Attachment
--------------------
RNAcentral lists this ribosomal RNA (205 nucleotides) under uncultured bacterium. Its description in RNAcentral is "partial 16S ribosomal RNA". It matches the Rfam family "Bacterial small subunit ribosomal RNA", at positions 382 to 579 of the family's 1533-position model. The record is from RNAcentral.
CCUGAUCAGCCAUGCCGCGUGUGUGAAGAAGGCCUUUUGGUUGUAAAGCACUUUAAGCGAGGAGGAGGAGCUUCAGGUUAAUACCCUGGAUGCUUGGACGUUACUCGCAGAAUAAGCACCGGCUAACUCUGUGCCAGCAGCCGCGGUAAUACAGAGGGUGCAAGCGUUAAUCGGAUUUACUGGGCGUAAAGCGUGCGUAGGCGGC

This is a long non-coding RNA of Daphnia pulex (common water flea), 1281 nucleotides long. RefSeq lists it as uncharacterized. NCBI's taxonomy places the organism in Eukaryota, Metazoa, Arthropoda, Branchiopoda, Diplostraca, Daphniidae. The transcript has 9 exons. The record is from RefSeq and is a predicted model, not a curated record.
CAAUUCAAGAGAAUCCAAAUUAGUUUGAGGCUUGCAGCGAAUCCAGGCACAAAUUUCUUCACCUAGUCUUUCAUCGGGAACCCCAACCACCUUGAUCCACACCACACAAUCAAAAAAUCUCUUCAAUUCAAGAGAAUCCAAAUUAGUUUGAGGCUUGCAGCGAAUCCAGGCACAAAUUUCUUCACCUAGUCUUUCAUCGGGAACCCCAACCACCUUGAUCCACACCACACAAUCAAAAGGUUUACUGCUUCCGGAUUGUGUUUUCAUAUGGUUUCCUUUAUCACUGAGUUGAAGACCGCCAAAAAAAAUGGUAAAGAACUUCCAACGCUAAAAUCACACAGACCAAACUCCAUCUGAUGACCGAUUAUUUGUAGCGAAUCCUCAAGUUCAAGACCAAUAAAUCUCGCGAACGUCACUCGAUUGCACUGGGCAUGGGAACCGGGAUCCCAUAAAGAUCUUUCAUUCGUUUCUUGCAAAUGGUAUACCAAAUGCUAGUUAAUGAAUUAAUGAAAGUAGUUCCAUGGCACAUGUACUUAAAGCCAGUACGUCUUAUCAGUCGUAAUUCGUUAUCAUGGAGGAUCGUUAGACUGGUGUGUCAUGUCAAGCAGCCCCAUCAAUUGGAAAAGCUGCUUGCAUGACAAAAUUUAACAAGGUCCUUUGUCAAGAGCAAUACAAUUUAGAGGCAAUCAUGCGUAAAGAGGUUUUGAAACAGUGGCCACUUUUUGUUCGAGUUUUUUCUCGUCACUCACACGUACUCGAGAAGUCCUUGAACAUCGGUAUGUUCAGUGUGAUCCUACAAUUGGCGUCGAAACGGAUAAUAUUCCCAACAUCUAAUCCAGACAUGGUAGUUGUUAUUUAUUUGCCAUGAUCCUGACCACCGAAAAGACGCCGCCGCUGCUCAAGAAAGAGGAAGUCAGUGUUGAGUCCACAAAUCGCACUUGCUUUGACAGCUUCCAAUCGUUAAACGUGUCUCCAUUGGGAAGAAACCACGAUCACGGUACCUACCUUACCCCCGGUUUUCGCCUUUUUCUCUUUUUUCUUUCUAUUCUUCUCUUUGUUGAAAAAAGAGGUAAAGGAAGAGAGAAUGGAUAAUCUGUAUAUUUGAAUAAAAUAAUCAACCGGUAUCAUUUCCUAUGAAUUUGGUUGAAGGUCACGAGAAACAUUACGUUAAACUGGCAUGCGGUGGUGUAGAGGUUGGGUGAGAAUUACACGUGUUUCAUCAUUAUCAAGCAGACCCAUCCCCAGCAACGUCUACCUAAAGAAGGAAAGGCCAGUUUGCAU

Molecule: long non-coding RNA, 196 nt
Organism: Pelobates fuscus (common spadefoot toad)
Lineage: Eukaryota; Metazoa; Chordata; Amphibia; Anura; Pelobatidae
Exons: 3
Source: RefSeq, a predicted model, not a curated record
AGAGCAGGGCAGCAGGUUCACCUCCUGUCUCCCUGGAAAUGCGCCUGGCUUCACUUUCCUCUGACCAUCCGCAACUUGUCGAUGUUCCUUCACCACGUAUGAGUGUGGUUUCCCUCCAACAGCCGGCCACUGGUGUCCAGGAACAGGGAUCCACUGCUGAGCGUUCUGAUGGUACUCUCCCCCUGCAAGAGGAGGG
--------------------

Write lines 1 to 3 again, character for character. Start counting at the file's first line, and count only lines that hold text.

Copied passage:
RNAcentral lists this ribosomal RNA (205 nucleotides) under uncultured bacterium. Its description in RNAcentral is "partial 16S ribosomal RNA". It matches the Rfam family "Bacterial small subunit ribosomal RNA", at positions 382 to 579 of the family's 1533-position model. The record is from RNAcentral.
CCUGAUCAGCCAUGCCGCGUGUGUGAAGAAGGCCUUUUGGUUGUAAAGCACUUUAAGCGAGGAGGAGGAGCUUCAGGUUAAUACCCUGGAUGCUUGGACGUUACUCGCAGAAUAAGCACCGGCUAACUCUGUGCCAGCAGCCGCGGUAAUACAGAGGGUGCAAGCGUUAAUCGGAUUUACUGGGCGUAAAGCGUGCGUAGGCGGC

This is a long non-coding RNA of Daphnia pulex (common water flea), 1281 nucleotides long. RefSeq lists it as uncharacterized. NCBI's taxonomy places the organism in Eukaryota, Metazoa, Arthropoda, Branchiopoda, Diplostraca, Daphniidae. The transcript has 9 exons. The record is from RefSeq and is a predicted model, not a curated record.